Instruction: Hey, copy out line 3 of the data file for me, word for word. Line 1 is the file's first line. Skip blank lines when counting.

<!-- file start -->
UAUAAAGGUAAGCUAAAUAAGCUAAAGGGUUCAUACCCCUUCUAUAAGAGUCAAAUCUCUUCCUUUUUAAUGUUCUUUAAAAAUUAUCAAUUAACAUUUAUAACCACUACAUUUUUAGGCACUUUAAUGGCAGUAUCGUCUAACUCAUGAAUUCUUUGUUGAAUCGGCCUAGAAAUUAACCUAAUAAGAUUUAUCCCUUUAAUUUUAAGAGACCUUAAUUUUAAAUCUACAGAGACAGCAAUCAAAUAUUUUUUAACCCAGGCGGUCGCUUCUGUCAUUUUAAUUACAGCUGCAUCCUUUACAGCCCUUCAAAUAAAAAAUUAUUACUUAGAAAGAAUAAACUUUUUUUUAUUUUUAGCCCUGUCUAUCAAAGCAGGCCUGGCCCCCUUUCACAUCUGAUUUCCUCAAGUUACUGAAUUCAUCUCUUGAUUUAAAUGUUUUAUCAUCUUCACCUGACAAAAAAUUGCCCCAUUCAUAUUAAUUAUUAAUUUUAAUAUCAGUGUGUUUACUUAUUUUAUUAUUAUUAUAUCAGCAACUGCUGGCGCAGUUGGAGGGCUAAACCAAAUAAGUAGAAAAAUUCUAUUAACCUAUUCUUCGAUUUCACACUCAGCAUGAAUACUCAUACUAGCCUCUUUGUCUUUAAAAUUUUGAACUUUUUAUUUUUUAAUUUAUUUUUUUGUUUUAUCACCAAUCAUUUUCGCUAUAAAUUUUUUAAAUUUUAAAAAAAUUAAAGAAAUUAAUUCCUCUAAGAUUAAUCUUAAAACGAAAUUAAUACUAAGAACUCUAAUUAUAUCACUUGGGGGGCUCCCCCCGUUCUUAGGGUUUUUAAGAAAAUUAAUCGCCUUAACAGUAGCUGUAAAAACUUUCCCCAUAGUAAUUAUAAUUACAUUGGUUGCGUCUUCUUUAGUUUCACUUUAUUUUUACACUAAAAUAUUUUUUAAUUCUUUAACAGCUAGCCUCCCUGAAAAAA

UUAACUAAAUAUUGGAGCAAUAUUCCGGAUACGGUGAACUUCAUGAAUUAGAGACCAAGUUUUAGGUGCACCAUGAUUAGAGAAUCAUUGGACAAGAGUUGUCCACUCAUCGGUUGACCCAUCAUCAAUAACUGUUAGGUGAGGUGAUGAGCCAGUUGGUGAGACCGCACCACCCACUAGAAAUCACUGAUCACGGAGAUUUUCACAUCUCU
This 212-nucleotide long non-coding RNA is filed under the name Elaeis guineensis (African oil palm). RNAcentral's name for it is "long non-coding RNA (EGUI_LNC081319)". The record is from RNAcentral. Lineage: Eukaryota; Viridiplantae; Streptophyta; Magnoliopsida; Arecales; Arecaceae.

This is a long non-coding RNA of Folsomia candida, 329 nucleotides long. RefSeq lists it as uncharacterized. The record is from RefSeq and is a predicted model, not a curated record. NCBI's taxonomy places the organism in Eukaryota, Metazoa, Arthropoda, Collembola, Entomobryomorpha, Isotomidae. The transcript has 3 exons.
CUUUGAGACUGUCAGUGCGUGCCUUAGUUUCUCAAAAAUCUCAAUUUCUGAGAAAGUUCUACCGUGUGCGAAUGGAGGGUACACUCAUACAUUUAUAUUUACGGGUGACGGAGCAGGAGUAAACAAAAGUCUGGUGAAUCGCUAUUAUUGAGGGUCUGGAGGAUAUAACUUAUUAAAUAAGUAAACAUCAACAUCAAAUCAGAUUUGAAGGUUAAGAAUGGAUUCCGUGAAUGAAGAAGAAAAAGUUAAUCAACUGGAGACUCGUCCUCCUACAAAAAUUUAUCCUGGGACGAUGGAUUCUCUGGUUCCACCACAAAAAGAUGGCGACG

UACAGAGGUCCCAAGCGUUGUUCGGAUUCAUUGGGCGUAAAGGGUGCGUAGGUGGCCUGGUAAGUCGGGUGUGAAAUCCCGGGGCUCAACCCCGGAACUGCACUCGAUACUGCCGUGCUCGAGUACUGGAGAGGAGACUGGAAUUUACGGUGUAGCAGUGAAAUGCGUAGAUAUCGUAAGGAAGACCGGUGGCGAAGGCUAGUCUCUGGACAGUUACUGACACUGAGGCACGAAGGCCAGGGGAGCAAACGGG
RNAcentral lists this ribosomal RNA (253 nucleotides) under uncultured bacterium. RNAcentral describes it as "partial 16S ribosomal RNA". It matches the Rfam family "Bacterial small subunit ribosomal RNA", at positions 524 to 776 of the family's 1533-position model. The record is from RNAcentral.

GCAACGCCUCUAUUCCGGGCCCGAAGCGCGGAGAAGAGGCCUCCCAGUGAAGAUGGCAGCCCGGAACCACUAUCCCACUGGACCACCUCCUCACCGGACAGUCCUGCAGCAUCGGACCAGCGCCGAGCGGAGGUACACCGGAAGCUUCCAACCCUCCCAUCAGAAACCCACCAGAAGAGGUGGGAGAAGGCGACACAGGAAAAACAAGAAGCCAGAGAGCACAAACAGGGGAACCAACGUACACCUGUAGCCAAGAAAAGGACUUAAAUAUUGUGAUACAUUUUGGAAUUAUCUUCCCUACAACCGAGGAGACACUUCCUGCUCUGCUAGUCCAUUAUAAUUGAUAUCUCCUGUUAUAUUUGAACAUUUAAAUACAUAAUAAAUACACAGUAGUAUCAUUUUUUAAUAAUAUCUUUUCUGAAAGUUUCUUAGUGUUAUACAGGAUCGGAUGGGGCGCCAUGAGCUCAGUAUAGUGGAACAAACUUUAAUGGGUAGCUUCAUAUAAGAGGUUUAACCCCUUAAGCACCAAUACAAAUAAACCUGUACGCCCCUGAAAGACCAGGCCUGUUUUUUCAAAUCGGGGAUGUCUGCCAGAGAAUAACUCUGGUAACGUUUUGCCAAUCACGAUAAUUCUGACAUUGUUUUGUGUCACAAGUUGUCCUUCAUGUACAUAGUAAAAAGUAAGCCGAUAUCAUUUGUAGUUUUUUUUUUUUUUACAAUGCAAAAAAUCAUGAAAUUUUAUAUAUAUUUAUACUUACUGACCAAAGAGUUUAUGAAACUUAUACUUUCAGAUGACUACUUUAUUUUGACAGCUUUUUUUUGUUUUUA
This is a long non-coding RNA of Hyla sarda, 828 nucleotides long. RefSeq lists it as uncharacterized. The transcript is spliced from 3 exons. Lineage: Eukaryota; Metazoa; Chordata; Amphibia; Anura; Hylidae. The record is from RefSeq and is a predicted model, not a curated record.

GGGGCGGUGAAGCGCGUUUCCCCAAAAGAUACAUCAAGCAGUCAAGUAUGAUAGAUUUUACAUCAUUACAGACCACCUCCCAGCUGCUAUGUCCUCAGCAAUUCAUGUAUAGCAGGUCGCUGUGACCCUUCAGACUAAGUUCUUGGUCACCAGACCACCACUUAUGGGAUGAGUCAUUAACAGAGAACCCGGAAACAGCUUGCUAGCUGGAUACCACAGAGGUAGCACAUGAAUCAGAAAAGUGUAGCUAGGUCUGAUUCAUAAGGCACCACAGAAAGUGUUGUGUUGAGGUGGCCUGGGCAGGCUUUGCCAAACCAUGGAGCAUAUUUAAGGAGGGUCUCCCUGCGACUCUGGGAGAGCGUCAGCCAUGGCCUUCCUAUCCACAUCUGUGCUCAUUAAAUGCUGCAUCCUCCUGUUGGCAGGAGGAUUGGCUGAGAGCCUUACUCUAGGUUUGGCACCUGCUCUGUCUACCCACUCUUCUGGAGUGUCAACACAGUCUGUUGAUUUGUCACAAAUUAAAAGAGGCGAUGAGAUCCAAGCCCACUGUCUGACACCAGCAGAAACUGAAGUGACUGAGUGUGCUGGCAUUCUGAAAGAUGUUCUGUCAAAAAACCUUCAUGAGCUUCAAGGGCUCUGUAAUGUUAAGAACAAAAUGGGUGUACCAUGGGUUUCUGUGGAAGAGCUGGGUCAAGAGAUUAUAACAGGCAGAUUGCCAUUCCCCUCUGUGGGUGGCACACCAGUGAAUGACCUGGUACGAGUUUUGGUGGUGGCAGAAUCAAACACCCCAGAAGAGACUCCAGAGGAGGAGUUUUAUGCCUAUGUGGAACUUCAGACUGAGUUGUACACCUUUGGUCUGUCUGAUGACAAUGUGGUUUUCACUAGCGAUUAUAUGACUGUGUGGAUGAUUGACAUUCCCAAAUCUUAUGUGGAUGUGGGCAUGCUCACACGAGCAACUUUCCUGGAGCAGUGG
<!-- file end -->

This 212-nucleotide long non-coding RNA is filed under the name Elaeis guineensis (African oil palm). RNAcentral's name for it is "long non-coding RNA (EGUI_LNC081319)". The record is from RNAcentral. Lineage: Eukaryota; Viridiplantae; Streptophyta; Magnoliopsida; Arecales; Arecaceae.